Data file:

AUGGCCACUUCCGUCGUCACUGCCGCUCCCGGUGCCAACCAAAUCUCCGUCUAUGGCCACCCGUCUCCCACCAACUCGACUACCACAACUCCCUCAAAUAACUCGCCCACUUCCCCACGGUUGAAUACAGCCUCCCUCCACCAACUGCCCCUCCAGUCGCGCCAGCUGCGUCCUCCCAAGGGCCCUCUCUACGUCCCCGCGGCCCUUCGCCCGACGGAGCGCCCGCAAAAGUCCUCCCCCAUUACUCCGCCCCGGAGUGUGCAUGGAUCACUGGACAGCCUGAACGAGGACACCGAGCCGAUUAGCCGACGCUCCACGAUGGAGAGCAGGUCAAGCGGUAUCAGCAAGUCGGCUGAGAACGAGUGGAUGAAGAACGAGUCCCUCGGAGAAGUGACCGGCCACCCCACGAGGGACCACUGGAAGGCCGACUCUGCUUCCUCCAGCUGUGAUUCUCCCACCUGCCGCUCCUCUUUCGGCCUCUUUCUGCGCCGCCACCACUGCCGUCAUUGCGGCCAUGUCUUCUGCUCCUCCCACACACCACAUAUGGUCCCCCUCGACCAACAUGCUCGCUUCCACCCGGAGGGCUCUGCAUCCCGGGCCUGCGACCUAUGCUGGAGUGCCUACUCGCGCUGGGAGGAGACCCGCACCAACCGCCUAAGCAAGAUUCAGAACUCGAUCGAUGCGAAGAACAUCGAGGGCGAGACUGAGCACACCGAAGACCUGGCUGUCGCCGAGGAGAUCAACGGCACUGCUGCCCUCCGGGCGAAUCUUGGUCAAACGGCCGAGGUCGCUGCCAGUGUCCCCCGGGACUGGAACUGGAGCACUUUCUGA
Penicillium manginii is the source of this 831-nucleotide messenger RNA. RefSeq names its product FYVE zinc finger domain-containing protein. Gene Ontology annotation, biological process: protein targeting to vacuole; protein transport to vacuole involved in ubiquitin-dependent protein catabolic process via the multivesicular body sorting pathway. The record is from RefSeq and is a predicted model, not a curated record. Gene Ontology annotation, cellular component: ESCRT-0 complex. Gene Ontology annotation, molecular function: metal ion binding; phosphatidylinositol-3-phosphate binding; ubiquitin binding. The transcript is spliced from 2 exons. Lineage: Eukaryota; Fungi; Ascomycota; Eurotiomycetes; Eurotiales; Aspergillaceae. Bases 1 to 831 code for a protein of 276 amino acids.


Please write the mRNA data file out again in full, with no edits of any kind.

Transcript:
AUGGCCACUUCCGUCGUCACUGCCGCUCCCGGUGCCAACCAAAUCUCCGUCUAUGGCCACCCGUCUCCCACCAACUCGACUACCACAACUCCCUCAAAUAACUCGCCCACUUCCCCACGGUUGAAUACAGCCUCCCUCCACCAACUGCCCCUCCAGUCGCGCCAGCUGCGUCCUCCCAAGGGCCCUCUCUACGUCCCCGCGGCCCUUCGCCCGACGGAGCGCCCGCAAAAGUCCUCCCCCAUUACUCCGCCCCGGAGUGUGCAUGGAUCACUGGACAGCCUGAACGAGGACACCGAGCCGAUUAGCCGACGCUCCACGAUGGAGAGCAGGUCAAGCGGUAUCAGCAAGUCGGCUGAGAACGAGUGGAUGAAGAACGAGUCCCUCGGAGAAGUGACCGGCCACCCCACGAGGGACCACUGGAAGGCCGACUCUGCUUCCUCCAGCUGUGAUUCUCCCACCUGCCGCUCCUCUUUCGGCCUCUUUCUGCGCCGCCACCACUGCCGUCAUUGCGGCCAUGUCUUCUGCUCCUCCCACACACCACAUAUGGUCCCCCUCGACCAACAUGCUCGCUUCCACCCGGAGGGCUCUGCAUCCCGGGCCUGCGACCUAUGCUGGAGUGCCUACUCGCGCUGGGAGGAGACCCGCACCAACCGCCUAAGCAAGAUUCAGAACUCGAUCGAUGCGAAGAACAUCGAGGGCGAGACUGAGCACACCGAAGACCUGGCUGUCGCCGAGGAGAUCAACGGCACUGCUGCCCUCCGGGCGAAUCUUGGUCAAACGGCCGAGGUCGCUGCCAGUGUCCCCCGGGACUGGAACUGGAGCACUUUCUGA
Penicillium manginii is the source of this 831-nucleotide messenger RNA. RefSeq names its product FYVE zinc finger domain-containing protein. Gene Ontology annotation, biological process: protein targeting to vacuole; protein transport to vacuole involved in ubiquitin-dependent protein catabolic process via the multivesicular body sorting pathway. The record is from RefSeq and is a predicted model, not a curated record. Gene Ontology annotation, cellular component: ESCRT-0 complex. Gene Ontology annotation, molecular function: metal ion binding; phosphatidylinositol-3-phosphate binding; ubiquitin binding. The transcript is spliced from 2 exons. Lineage: Eukaryota; Fungi; Ascomycota; Eurotiomycetes; Eurotiales; Aspergillaceae. Bases 1 to 831 code for a protein of 276 amino acids.